“This is infamous in Australia. [Debut album] Killing With A Smile had been the biggest thing in Australian metal history, it went from us playing to a couple of hundred people to pulling more than international headliners. We booked this venue that’s about 1,000-capacity, where a couple of years earlier we watched Hatebreed and Soulfly, which was the best show I’ve ever been to. We put it on and it sold out straight away, so we had to put on another night. The first night was absolute chaos, to the point where they shut the gig down and called the riot squad. The riot police kicked everyone out the venue, started arresting people, sent dogs and the entire riot squad through the streets to break up this gig because it was so mental. It made national news, like the front cover of newspapers: ‘Heavy metal riot’, ‘Carnage in Brisbane’. it was absolutely nuts. We had to meet with the Queensland head of police and they said they’d never seen anything like it and that it was a danger to national security. It was full tabloid insanity.”

2007The worst small show at Jerry's Pizza & Pub

“Not all shows stand out for epic reasons. It’s in Bakersfield [in California] and it’s literally what it sounds like – you play in a pizza place. But not in the restaurant itself, in the basement. It’s not an actual venue, it’s a concrete basement with dust and rats and a bunch of plumbing pipes. It’s six-feet wide with a beam down the middle so you can’t set your drum kit up anywhere other than the corner and you all have to shimmy around this pole. We thought it would make for an awesome gig that could be absolutely nuts if people turned up – and they didn’t! We played to six people who could not give a fuck that we were playing. I’ve never played to a more apathetic crowd. When they did choose to mosh, I couldn’t tell if it was sarcasm. At the end of the show, our payment was one cheese pizza between our entire band. They were like four bucks each and we still had to pay for the second one! Whenever we’re down about something, we’re just like, ‘Well, we could be at Jerry’s Pizza.’”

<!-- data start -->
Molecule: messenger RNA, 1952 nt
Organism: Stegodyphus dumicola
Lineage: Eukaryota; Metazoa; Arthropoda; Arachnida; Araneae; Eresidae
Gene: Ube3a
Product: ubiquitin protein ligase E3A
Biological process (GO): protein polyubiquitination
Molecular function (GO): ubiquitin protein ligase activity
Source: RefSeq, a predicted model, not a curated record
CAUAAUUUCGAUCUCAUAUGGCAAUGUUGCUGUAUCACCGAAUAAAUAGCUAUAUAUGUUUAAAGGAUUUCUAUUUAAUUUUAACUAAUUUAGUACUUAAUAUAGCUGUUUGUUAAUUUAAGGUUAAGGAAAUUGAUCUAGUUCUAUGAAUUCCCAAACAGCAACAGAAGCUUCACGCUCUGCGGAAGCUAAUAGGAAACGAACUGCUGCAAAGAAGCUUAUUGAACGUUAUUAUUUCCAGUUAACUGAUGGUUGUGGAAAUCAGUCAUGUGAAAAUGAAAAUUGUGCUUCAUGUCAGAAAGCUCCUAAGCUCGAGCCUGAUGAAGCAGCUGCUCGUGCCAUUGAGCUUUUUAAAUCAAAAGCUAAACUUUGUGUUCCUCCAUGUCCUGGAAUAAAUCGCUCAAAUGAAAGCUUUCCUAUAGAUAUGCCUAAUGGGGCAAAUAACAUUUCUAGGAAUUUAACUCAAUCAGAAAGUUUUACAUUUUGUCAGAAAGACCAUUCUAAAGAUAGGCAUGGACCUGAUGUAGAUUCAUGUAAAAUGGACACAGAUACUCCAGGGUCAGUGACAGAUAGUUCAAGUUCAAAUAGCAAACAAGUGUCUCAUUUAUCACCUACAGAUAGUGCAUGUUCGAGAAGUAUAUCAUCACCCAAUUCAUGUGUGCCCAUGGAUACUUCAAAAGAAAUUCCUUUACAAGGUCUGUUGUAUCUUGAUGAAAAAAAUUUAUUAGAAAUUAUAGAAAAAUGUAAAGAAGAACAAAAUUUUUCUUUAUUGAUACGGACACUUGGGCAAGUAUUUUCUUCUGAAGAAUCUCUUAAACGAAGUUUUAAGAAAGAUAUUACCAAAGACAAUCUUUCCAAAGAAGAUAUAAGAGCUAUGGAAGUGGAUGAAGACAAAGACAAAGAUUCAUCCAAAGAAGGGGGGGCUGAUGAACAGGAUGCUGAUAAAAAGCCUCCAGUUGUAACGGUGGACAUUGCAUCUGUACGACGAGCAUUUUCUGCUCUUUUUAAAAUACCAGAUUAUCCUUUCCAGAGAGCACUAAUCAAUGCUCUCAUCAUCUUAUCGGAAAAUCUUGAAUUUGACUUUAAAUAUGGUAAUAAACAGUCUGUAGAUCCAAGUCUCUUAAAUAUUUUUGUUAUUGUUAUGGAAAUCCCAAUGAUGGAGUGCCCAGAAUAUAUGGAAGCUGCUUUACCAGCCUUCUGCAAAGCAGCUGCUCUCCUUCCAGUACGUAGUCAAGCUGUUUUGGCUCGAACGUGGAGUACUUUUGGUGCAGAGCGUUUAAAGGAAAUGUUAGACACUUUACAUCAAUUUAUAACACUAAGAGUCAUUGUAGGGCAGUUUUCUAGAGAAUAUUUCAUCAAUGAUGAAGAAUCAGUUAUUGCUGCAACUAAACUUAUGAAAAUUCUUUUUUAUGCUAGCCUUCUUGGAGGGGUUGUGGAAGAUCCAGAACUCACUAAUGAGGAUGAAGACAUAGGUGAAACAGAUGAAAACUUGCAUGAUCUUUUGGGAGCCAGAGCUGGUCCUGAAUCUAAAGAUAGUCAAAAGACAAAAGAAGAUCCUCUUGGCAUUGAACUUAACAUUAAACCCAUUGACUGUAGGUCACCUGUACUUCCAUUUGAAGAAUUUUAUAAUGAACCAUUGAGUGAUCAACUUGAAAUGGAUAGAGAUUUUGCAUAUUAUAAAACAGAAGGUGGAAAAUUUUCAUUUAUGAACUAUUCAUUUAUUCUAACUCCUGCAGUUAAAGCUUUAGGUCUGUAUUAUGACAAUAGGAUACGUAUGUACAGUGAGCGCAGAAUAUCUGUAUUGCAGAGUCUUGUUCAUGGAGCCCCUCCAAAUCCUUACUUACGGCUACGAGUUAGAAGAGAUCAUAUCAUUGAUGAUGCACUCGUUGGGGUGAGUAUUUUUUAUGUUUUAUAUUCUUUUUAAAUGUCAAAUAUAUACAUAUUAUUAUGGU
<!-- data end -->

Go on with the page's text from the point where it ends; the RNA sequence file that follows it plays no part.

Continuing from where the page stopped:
2008Headlining Sweat Fest at Riverstage Brisbane

“We decided to do a tour and book the wildest bands we could, so the line-up ended up as Confession, Acacia Strain, A Day To Remember, Suicide Silence and Parkway Drive all on our second albums. It was right when A Day To Remember exploded and [Suicide Silence’s] No Time To Bleed was just coming out. It was a mind-blowing line-up now that I look back at it. We played the Riverstage for the first time in Brisbane and that’s 10,000-cap outdoors on a hill. We rolled up and the bands just stood there and were like, ‘What the fuck? This is doing to suck. You can fit 1,000 people on the concrete at the front and that’s what we’ll be playing to while looking at a giant hillside.’ Then it got dark and the whole city was just full of band shirts coming through all the streets and down the hill. They kept coming. How the fuck had it got this big? That was one of those moments that really blew away my expectations.”